Scientists at the MIT revealed that in mice treated with fluoxetine, also known as Prozac, the inhibitory interneurons in the visual cortex remained just as abundant during ageing, but their arbors become simplified and they become much less structurally dynamic and flexible.
Shared News | Updated: Aug 20, 2018 15:18 IST
Administering commonly used antidepressant fluoxetine to mice helped restore youthful flexibility to their ageing brain cells, showed a study. The study provides fresh evidence that the decline in the capacity of brain cells to change, called “plasticity,” rather than a decline in total cell numbers may underlie some of the sensory and cognitive declines associated with normal brain ageing.
Scientists at the MIT revealed that in mice treated with fluoxetine, also known as Prozac, the inhibitory interneurons in the visual cortex remained just as abundant during ageing, but their arbors become simplified and they
become much less structurally dynamic and flexible.
They could also restore a significant degree of lost plasticity to the cells. “Here we show that fluoxetine can also ameliorate the age-related decline in structural and functional plasticity of visual cortex neurons,” said the scientists including lead author Ronen Eavri from MIT.
“Our finding that fluoxetine treatment in ageing mice can attenuate the concurrent age-related declines in interneuron structural and visual cortex functional plasticity suggests it could provide an important therapeutic approach towards mitigation of sensory and cognitive deficits associated with ageing, provided it is initiated before severe network deterioration,” they added.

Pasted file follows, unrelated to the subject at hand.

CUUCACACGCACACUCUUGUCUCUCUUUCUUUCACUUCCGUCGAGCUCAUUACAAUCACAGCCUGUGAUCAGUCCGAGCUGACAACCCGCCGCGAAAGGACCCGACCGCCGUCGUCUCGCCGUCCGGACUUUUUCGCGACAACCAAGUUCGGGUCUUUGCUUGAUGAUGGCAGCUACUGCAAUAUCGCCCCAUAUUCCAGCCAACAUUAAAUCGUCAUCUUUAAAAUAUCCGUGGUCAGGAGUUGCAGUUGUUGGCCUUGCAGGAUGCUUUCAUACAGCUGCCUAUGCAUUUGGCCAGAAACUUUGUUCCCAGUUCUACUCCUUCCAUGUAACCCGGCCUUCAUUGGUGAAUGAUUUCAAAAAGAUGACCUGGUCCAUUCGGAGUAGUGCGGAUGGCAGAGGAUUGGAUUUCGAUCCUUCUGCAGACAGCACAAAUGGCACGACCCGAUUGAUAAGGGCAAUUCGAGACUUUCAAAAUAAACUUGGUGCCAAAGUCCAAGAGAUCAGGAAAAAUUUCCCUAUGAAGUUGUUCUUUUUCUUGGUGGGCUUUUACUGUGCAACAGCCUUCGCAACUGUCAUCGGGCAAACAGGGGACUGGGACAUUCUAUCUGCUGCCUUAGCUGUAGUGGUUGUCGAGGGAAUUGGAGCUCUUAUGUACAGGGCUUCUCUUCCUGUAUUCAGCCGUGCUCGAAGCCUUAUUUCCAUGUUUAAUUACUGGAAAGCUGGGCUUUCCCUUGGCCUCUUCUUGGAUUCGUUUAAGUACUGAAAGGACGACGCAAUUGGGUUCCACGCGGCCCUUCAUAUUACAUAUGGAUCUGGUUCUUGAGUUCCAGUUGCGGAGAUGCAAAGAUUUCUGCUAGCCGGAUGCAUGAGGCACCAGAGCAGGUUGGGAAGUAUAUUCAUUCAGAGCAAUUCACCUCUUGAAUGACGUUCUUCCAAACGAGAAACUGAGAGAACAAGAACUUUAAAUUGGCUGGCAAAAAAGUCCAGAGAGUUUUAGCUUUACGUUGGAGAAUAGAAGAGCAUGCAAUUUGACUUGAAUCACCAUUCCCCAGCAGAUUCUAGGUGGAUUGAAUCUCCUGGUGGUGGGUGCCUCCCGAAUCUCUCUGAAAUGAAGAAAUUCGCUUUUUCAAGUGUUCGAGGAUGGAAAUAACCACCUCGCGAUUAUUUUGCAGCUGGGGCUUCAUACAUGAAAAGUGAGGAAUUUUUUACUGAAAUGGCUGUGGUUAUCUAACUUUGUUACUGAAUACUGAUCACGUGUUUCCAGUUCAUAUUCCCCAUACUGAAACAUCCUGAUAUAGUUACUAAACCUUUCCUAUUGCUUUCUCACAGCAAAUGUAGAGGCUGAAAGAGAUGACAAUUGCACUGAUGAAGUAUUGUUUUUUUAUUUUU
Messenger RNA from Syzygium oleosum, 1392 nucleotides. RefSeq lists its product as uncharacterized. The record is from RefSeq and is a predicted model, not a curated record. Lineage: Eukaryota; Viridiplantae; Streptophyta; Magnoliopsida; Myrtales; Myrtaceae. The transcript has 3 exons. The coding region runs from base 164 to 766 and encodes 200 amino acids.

A previous study had shown that fluoxetine promotes interneuron branch remodelling in young mice, so the team decided to see whether it could do so for older mice and restore plasticity as well. In the new study, appearing in the Journal of Neuroscience, they put the drug in the drinking water of mice at various ages for various amounts of time.
Three-month-old mice treated for three months showed little change in dendrite growth compared to untreated controls, but 25 per cent of the cells in six-month-old mice treated for three months showed significant new growth (at the age of 9 months). But among 3-month-old mice treated for six months, 67 per cent of cells showed new growth by the age of 9 months, showing that treatment starting early and lasting for six months had the strongest effect.